Malaysian Fund Pilfering Claim Shines Light on Law Firm’s Role

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A 1MDB logo is set against the Petronas Twin Towers at the flagship development site, Tun Razak Exchange in Kuala Lumpur, Malaysia.

Photographer: Joshua Paul/AP Photo
  • Anti-money laundering regulations apply to bankers not lawyers
  • ABA says disclosure would violate attorney-client privilege

When U.S. prosecutors moved this week to seize $1 billion in assets they say were stolen from a Malaysian development fund, they detailed a money flow through a New York law firm that renews questions about whether a lack of regulations on lawyers encourages money laundering by their clients.

Money allegedly stolen from the investment fund 1Malaysia Development Berhad, or 1MDB, was used to buy luxury assets and to finance a high-flying lifestyle, prosecutors said. Of that cash, $368 million allegedly moved through a trust account at Shearman & Sterling LLP to produce a Hollywood movie, “The Wolf of Wall Street,” and to buy a jet and a Beverly Hills hotel.

Prosecutors also allege that Malaysian financier Low Taek Jho and his friends transferred dirty funds through Shearman accounts to finance their lifestyle, paying for junkets to Las Vegas casinos, luxury yacht rentals, business jet rentals and a London interior decorator. The money flowed into Shearman from an account controlled by Low and followed a complex trail to buy a variety of assets and luxury services, the U.S. said.

The civil lawsuits didn’t accuse Shearman or any of its lawyers of wrongdoing, nor were they accused of knowing, or even suspecting, the money was tainted or used for illegal conduct. A firm spokeswoman didn’t respond to requests for comment.

Still, the case exposed what lawmakers say is a soft underbelly in U.S. efforts to combat money laundering. While bankers are required by law to ask questions about their customers, inquire about the source of their money and report suspicious activity, lawyers are exempt from such regulations, shielded by attorney-client privilege. Voluntary guidelines adopted by the American Bar Association encourage lawyers to follow its “good practices guidelines’’ on combating money laundering and terrorist financing.

Due Diligence

That guidance, adopted in 2010, counsels lawyers to conduct due diligence on each client, understanding their circumstances and the source of their money. Lawyers are encouraged to be satisfied that they’re not abetting fraudulent or criminal conduct. The ABA says that the oversight of the 50 state supreme courts, and the threat of prosecution, is enough. Some lawyers are dubious.

“The ABA voluntary guidance is a joke because there are no consequences, unless you’re prosecuted, and that happens once every five years,’’ said Bruce Zagaris, an attorney at Berliner Corcoran & Rowe LLP in Washington.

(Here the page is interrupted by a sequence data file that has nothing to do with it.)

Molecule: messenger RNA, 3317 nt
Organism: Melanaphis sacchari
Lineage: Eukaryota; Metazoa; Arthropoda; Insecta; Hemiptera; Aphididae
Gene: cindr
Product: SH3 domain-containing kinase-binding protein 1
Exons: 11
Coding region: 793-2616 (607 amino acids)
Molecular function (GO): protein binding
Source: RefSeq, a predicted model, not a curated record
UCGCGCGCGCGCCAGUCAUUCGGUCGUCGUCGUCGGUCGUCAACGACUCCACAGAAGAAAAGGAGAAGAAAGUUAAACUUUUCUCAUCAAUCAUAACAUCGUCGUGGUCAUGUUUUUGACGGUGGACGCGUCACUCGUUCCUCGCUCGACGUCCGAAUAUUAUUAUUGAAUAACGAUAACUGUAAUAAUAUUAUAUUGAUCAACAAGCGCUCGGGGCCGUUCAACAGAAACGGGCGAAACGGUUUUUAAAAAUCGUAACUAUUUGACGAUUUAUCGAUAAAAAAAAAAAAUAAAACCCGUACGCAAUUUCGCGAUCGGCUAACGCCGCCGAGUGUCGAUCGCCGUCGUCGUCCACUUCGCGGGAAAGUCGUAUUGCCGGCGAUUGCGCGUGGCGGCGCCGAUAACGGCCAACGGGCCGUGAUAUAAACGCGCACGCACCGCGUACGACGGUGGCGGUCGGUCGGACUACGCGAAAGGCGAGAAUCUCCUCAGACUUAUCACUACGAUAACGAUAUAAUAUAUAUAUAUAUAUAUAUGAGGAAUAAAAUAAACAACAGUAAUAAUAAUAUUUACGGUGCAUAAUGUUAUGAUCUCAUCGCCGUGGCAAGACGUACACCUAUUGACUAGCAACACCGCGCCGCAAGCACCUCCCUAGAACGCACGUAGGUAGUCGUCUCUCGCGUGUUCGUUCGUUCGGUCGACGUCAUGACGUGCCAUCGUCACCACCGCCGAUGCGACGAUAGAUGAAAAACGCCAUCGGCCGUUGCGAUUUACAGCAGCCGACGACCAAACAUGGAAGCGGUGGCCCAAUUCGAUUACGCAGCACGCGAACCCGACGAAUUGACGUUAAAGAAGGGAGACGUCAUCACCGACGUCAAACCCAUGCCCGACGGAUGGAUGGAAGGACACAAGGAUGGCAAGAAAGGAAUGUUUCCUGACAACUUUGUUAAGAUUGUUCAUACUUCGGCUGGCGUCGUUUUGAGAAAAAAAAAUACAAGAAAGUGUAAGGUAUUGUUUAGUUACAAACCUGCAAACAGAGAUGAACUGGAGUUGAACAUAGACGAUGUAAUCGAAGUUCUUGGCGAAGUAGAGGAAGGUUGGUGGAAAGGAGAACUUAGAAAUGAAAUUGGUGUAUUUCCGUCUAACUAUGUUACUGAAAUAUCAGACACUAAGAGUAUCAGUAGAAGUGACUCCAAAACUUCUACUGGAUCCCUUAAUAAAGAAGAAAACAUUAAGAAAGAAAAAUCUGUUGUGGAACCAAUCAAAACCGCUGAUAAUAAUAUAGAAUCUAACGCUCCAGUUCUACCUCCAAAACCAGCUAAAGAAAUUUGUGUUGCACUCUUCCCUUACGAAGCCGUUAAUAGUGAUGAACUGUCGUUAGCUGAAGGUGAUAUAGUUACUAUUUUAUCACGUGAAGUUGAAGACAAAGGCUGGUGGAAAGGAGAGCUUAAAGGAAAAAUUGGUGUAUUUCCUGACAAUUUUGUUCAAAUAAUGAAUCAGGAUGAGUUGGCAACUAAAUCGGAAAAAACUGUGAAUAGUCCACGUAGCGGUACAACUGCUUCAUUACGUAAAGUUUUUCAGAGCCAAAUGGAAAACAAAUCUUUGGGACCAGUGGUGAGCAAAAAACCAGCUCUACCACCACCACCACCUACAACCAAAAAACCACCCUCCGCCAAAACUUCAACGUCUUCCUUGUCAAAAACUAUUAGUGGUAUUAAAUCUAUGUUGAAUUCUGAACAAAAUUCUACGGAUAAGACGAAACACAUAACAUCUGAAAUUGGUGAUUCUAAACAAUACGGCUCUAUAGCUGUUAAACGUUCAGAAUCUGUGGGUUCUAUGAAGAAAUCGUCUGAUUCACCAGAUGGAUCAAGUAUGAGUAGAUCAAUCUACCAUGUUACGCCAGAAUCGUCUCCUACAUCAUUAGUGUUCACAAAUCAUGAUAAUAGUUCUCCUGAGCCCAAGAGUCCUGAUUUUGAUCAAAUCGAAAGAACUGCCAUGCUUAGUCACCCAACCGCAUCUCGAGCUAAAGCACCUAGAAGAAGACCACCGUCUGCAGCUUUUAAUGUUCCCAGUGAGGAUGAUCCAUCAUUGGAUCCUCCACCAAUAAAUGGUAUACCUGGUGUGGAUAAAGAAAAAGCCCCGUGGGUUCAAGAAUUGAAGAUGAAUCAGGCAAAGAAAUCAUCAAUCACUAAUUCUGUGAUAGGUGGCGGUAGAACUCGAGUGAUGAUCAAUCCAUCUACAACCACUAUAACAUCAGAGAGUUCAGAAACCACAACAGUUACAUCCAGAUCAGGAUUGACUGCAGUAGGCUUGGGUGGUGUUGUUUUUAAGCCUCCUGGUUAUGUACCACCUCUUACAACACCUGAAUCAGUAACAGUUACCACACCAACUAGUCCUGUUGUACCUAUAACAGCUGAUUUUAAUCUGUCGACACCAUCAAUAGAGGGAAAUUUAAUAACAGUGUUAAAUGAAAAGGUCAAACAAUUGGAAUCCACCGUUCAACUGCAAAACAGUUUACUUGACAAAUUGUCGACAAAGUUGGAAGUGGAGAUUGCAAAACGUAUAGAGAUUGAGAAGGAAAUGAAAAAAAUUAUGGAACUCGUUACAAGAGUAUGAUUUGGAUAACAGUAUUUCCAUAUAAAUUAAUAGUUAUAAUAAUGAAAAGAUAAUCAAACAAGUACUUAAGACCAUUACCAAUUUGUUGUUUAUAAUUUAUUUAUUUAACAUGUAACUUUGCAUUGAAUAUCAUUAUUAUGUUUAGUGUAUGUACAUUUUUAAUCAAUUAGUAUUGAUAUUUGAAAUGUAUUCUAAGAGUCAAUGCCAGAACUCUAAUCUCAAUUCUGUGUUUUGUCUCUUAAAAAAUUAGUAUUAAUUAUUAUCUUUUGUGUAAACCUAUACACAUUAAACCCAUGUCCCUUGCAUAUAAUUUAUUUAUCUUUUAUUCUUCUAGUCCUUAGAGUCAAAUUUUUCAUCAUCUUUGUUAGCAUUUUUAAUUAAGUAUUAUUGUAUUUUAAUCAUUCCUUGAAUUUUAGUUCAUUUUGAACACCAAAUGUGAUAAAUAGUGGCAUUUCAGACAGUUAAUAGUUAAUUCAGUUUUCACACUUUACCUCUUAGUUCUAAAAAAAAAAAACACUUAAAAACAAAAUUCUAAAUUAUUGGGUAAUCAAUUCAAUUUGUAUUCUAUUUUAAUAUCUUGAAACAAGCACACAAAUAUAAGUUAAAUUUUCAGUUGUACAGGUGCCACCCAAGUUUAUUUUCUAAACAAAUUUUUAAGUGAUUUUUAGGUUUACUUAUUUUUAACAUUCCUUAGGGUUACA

President Barack Obama and some members of Congress want lawyers to do more to stop money laundering and terror financing.

Representative Carolyn Maloney, a New York Democrat, proposed a bill that would subject lawyers to so-called gatekeeper obligations that would require them to report suspicious transactions to the Treasury Department. Senator Sheldon Whitehouse, a Rhode Island Democrat, has introduced legislation to require people who form corporations to disclose the beneficial owners.

Tougher Regulations

The ABA warns that requiring lawyers to report on their clients would “undermine the attorney-client privilege and the confidential lawyer-client relationship by discouraging the full and candid communications between clients and their lawyers,’’ the group’s president, Paulette Brown, wrote May 24 to the House Financial Services Committee.

Obama proposed tougher regulations in May after the disclosure of the Panama Papers, 11.5 million documents leaked from a Panamanian law firm that revealed thousands of clients, including world leaders, used anonymous offshore shell companies to hide assets. Obama sought legislation to require reporting to the Treasury Department on the beneficial ownership of corporations, a provision that could affect lawyers who set them up.

While the proposals are unlikely to become law in this election year, the ABA has warned that lawyers should be “extremely concerned’’ that “Congress is considering legislation that would impose burdensome and intrusive gatekeeper regulations on lawyers.’’

The U.S. is a member of the Financial Action Task Force on Money Laundering, a multinational body formed in 1989 that is coordinating efforts to crack down on dirty money. The task force has recommended for a decade that lawyers should be among those who should file suspicious transaction reports on customers or clients.

Special Relationship

Lawyers have a special relationship with clients that allow them to share their most intimate secrets in confidence, said Lawrence J. Fox, an ethics expert who is a visiting lecturer at Yale Law School and a partner at Drinker, Biddle & Reath LLP. Lawyers are supposed to trust their clients unless there “are red flags flying,” he said.

“Only if there are red flags would there be responsibility by the lawyer to follow up and determine whether they’re seeing ghosts or there’s something they ought to investigate further,” Fox said. “If anything comes to my attention that looks suspicious, I have an obligation to follow up.’’

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